Getting cold hands and feet is common and usually happens due to changes in the weather. But the loss of warmth in your extremities can also be a warning sign or symptom of an underlying condition. And if you’ve tried warming them up over and over without any or only short-lived success, it may be because of a health issue.
Wondering why are my hands and feet always cold? Here are all the possible causes for your hand and feet always feeling cold and take a look at some useful remedies.
Why Are My Hands and Feet Always Cold? 7 Possible Causes
#1. You’re Often in Cold Temperatures
Some people live in very cold environments and some others may be working in cold environments such as in a meat-packing factory. In such cases, especially because of the weather, having to deal with fingers and toes going numb is quite common. People in such environments need to wear special protective clothing otherwise they risk developing frostbite.
According to the Canadian Centre for Occupational Health and Safety, sometimes people do develop a tolerance and physical resistance to cold, but it’s still no reason not to wear thermals.
#2. Complications Of Diabetes
Diabetes can lead to poor blood circulation throughout your body that can make your extremities, in particular, feel cold. It also increases the risk of heart disease and narrowing of the arteries, thus constricting blood flow.
To avoid the risk of diabetes and heart disease, you need to watch your daily sugar intake as closely as possible and try to stay within the normal range.
#3. Hypothyroidism (Underactive Thyroid)
Hypothyroidism or underactive thyroid is a condition where your body doesn’t produce and release enough thyroid hormone into your bloodstream. This slows down your body’s metabolism rate and can make you feel tired, gain weight, and become more sensitive to temperature fluctuations.
It’s a very common condition in the United States. One of its common symptoms is a drop in the core body temperature, making your hands and feet more sensitive to cold.
#4. Raynaud’s Disease or Phenomenon
Raynaud’s disease is a rare disorder of the blood vessels that makes some areas of the body feel numb and cold. It causes the arteries that supply blood to the surface of your skin to constrict excessively in response to cold.
This limits blood supply to those areas making them extremely cold and turning pale or blue. It’s a chronic condition so it may even last for years or be permanent, but there are some treatment options.
Anemia is a common condition in the United States. It’s a condition that causes your red blood cell production and repair rate to drop. This can lead to dysfunctional red blood cells and reduced flow of oxygen to the body’s organs and tissues.
Anemia is typically caused by iron deficiency. Your body needs iron to produce hemoglobin, an iron-rich protein that can transport oxygen from your lungs to your tissues and organs. A lack of oxygen supply to your extremities can result in cold toes and fingers, especially when you’re in cold environments.
To avoid this, you could add some iron-rich foods to your diet, like fish, dried fruit, and green leafy vegetables such as spinach.
#6. Buerger’s Disease
Buerger’s disease causes your small and medium blood vessels to become inflamed, swell, and develop clots. It is a rare disease that can even damage or destroy your skin tissues, making them more prone to deadly infections and gangrene. Buerger’s disease first starts to show up on your hands and feet as black marks, which are dead skin tissue.
One of the common symptoms of this disease is cold hands and feet. Although no precise cause for this disease is known, studies have shown a strong correlation between Buerger’s Disease and smoking.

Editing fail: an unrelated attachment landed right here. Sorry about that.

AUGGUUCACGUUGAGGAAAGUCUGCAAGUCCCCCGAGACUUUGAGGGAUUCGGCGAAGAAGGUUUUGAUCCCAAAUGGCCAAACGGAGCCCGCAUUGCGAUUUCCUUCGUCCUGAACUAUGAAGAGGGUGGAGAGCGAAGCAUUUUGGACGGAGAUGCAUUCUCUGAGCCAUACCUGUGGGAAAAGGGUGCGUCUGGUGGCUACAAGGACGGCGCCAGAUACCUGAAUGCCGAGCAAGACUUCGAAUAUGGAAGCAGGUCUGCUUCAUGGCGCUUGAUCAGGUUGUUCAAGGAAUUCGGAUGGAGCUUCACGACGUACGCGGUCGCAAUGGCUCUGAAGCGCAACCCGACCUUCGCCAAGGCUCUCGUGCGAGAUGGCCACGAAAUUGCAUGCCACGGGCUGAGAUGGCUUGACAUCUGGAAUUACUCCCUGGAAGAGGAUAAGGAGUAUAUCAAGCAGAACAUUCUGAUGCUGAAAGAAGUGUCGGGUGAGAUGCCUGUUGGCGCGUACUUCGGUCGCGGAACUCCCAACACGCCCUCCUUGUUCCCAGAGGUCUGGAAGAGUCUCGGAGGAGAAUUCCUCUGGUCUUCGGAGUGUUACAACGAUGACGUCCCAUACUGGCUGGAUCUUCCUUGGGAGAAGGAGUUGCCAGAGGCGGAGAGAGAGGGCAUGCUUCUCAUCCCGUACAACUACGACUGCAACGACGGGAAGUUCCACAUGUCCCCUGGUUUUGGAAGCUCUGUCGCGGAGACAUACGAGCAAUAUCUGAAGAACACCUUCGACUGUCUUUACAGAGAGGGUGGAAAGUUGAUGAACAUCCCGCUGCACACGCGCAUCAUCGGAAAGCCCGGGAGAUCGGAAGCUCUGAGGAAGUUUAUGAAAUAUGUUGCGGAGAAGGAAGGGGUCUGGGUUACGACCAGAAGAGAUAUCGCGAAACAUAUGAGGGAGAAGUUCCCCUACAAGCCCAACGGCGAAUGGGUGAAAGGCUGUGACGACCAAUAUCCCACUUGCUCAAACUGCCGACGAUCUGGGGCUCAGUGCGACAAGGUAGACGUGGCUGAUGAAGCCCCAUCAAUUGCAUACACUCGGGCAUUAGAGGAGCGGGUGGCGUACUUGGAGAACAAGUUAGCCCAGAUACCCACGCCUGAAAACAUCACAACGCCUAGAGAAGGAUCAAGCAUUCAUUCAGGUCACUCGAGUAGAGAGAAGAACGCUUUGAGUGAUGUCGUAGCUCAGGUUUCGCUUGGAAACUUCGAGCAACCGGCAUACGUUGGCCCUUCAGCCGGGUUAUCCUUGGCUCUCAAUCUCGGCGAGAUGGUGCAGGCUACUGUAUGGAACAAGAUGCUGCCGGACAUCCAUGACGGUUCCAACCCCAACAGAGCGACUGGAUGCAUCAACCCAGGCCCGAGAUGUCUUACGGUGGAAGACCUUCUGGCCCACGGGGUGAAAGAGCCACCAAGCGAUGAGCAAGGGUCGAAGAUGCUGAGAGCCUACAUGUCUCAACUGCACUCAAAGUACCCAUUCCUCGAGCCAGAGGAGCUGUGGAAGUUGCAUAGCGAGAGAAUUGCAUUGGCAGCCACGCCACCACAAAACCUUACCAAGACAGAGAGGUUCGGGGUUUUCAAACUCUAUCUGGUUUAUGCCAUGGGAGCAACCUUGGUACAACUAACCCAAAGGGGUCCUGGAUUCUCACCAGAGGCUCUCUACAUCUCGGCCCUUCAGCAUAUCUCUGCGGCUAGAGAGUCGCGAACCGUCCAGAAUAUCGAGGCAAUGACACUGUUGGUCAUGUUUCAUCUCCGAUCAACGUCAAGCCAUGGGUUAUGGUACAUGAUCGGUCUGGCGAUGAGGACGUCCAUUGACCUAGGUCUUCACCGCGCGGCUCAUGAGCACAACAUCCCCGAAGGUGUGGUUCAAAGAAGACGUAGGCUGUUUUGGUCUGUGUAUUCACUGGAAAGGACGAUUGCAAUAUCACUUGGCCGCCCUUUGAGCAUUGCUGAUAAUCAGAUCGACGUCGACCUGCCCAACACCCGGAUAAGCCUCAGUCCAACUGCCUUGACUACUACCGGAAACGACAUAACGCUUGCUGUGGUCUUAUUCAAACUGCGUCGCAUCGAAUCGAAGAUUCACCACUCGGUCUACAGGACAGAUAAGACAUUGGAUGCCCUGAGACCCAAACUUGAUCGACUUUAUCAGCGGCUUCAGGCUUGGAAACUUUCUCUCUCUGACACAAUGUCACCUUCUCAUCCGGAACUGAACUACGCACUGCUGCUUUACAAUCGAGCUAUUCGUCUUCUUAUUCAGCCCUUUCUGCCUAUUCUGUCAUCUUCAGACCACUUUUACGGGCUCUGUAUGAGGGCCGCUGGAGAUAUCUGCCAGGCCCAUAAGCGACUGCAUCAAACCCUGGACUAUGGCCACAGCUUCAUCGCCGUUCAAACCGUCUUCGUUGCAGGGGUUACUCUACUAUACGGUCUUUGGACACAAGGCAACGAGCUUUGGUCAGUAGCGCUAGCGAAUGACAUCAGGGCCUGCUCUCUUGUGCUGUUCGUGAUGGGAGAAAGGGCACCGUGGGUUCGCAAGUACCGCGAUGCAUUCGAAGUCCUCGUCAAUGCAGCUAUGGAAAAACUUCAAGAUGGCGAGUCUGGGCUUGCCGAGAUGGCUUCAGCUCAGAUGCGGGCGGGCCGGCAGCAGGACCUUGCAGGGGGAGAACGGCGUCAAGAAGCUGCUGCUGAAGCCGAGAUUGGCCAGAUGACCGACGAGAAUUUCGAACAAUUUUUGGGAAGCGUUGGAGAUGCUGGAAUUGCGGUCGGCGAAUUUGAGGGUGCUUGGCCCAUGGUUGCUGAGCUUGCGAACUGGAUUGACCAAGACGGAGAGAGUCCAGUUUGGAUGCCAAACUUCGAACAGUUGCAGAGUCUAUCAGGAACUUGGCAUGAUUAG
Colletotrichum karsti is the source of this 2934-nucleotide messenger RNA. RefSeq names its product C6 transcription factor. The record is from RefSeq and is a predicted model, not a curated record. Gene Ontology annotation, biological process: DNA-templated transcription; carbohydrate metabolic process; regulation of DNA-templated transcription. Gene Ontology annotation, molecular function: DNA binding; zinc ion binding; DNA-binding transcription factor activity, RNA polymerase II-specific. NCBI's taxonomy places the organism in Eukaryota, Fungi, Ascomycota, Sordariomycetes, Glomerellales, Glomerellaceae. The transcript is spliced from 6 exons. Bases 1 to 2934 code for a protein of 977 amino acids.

#7. High Cholesterol
Diets that are high in cholesterol can cause cholesterol to build up in your blood vessels. Cholesterol is a waxy substance that the body sometimes cannot expel. This obstructs the blood flow to your arteries and the rest of your body, making you feel colder.
Different Signs and Symptoms to Watch Out For
Here are some of the different signs and symptoms you should look for if you’ve been experiencing prolonged cold hands and feet:
#1. Changes in the color of the skin
#2. Numbness or tingling
#3. Open sores or blisters
#4. Tightened skin
#6. Muscle stiffness
#7. Prickling sensations
#8. Chest pain
Ways To Warm Up Your Feet and Hands
#1. Wear Socks or Slippers
Wearing thermal socks and slippers is an efficient way to retain your body heat during the winters. Making a practice of wearing them indoors can also make a huge difference. Wool offers the most insulation of all fabrics, and it’s also light in weight.
#2. Exercise Every Day
Regular exercise is good for your cardiovascular health. It strengthens all your muscles including your heart, which will then do a better job of supplying blood to all your organs and tissues.
#3. Move Around Regularly
Sitting or sleeping for prolonged hours decreases the body’s metabolism rate and can cause fatty deposits to build up in your body over time. Fatty deposits can restrict the free movement of blood through your vessels and lead to a range of cardiovascular diseases. If you work at your desk all day, get up and move around every hour or so to keep your heart pumping.
#4. Use An Electric Heating Pad
If the cold becomes intolerable, an electric heating pad is an efficient way to stay warm. They might come in the form of a pillow or a strap, and you have some variety to choose from.
When To See a Doctor
If you’re experiencing intolerable cold in your extremities for prolonged periods, you should book an appointment with your physician. Especially if this is after you’ve tried everything you can for self-treatment/self-care.
Additionally, if you start to experience any of the following symptoms in conjunction with cold hands or feet, visit a doctor promptly:
#1. Pain during exercise
#2. Difficulty breathing
#5. Sores that aren’t healing